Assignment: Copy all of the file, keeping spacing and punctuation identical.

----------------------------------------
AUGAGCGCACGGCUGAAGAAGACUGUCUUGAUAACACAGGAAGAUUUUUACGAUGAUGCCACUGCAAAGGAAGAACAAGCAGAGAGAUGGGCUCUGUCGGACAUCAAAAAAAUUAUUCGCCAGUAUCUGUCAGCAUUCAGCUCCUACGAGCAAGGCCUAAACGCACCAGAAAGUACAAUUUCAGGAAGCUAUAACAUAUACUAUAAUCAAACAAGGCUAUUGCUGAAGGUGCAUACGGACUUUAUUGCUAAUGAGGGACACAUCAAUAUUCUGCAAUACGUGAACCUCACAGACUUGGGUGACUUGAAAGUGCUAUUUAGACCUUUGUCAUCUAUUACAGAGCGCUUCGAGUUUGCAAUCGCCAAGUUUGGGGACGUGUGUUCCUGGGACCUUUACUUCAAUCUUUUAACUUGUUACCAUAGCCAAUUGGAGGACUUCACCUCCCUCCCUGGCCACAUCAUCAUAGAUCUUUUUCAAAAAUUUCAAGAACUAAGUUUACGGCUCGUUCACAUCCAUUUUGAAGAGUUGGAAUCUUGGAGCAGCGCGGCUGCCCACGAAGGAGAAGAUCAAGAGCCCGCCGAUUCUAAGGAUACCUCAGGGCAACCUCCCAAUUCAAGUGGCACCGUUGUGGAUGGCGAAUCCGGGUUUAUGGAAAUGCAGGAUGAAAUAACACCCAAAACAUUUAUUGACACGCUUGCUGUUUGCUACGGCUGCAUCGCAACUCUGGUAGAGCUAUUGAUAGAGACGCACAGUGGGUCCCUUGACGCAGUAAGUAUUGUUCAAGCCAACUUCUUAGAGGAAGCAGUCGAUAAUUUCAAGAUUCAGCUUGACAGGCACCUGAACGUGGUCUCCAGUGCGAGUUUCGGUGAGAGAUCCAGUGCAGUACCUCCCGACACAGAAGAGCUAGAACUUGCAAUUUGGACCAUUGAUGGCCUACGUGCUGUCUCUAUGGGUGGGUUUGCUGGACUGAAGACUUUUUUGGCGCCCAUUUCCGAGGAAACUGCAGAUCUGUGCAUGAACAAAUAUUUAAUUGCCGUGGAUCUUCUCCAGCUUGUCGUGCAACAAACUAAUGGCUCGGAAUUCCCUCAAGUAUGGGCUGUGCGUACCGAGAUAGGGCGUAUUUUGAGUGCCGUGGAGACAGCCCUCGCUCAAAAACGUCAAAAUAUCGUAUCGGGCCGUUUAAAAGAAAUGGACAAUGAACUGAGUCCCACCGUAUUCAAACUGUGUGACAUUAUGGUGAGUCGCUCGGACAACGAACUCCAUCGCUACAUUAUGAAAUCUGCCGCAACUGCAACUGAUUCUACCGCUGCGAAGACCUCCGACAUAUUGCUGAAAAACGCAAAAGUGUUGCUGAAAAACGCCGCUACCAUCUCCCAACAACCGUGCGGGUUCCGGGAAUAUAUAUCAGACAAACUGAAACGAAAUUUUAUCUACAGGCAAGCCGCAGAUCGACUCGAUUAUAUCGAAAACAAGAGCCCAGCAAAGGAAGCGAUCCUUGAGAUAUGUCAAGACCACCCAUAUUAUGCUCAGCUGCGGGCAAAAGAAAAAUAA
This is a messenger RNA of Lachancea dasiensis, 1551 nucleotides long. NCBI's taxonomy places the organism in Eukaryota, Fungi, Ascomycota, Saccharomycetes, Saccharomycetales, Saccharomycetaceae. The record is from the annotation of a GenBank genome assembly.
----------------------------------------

AUGAGCGCACGGCUGAAGAAGACUGUCUUGAUAACACAGGAAGAUUUUUACGAUGAUGCCACUGCAAAGGAAGAACAAGCAGAGAGAUGGGCUCUGUCGGACAUCAAAAAAAUUAUUCGCCAGUAUCUGUCAGCAUUCAGCUCCUACGAGCAAGGCCUAAACGCACCAGAAAGUACAAUUUCAGGAAGCUAUAACAUAUACUAUAAUCAAACAAGGCUAUUGCUGAAGGUGCAUACGGACUUUAUUGCUAAUGAGGGACACAUCAAUAUUCUGCAAUACGUGAACCUCACAGACUUGGGUGACUUGAAAGUGCUAUUUAGACCUUUGUCAUCUAUUACAGAGCGCUUCGAGUUUGCAAUCGCCAAGUUUGGGGACGUGUGUUCCUGGGACCUUUACUUCAAUCUUUUAACUUGUUACCAUAGCCAAUUGGAGGACUUCACCUCCCUCCCUGGCCACAUCAUCAUAGAUCUUUUUCAAAAAUUUCAAGAACUAAGUUUACGGCUCGUUCACAUCCAUUUUGAAGAGUUGGAAUCUUGGAGCAGCGCGGCUGCCCACGAAGGAGAAGAUCAAGAGCCCGCCGAUUCUAAGGAUACCUCAGGGCAACCUCCCAAUUCAAGUGGCACCGUUGUGGAUGGCGAAUCCGGGUUUAUGGAAAUGCAGGAUGAAAUAACACCCAAAACAUUUAUUGACACGCUUGCUGUUUGCUACGGCUGCAUCGCAACUCUGGUAGAGCUAUUGAUAGAGACGCACAGUGGGUCCCUUGACGCAGUAAGUAUUGUUCAAGCCAACUUCUUAGAGGAAGCAGUCGAUAAUUUCAAGAUUCAGCUUGACAGGCACCUGAACGUGGUCUCCAGUGCGAGUUUCGGUGAGAGAUCCAGUGCAGUACCUCCCGACACAGAAGAGCUAGAACUUGCAAUUUGGACCAUUGAUGGCCUACGUGCUGUCUCUAUGGGUGGGUUUGCUGGACUGAAGACUUUUUUGGCGCCCAUUUCCGAGGAAACUGCAGAUCUGUGCAUGAACAAAUAUUUAAUUGCCGUGGAUCUUCUCCAGCUUGUCGUGCAACAAACUAAUGGCUCGGAAUUCCCUCAAGUAUGGGCUGUGCGUACCGAGAUAGGGCGUAUUUUGAGUGCCGUGGAGACAGCCCUCGCUCAAAAACGUCAAAAUAUCGUAUCGGGCCGUUUAAAAGAAAUGGACAAUGAACUGAGUCCCACCGUAUUCAAACUGUGUGACAUUAUGGUGAGUCGCUCGGACAACGAACUCCAUCGCUACAUUAUGAAAUCUGCCGCAACUGCAACUGAUUCUACCGCUGCGAAGACCUCCGACAUAUUGCUGAAAAACGCAAAAGUGUUGCUGAAAAACGCCGCUACCAUCUCCCAACAACCGUGCGGGUUCCGGGAAUAUAUAUCAGACAAACUGAAACGAAAUUUUAUCUACAGGCAAGCCGCAGAUCGACUCGAUUAUAUCGAAAACAAGAGCCCAGCAAAGGAAGCGAUCCUUGAGAUAUGUCAAGACCACCCAUAUUAUGCUCAGCUGCGGGCAAAAGAAAAAUAA
This is a messenger RNA of Lachancea dasiensis, 1551 nucleotides long. NCBI's taxonomy places the organism in Eukaryota, Fungi, Ascomycota, Saccharomycetes, Saccharomycetales, Saccharomycetaceae. The record is from the annotation of a GenBank genome assembly.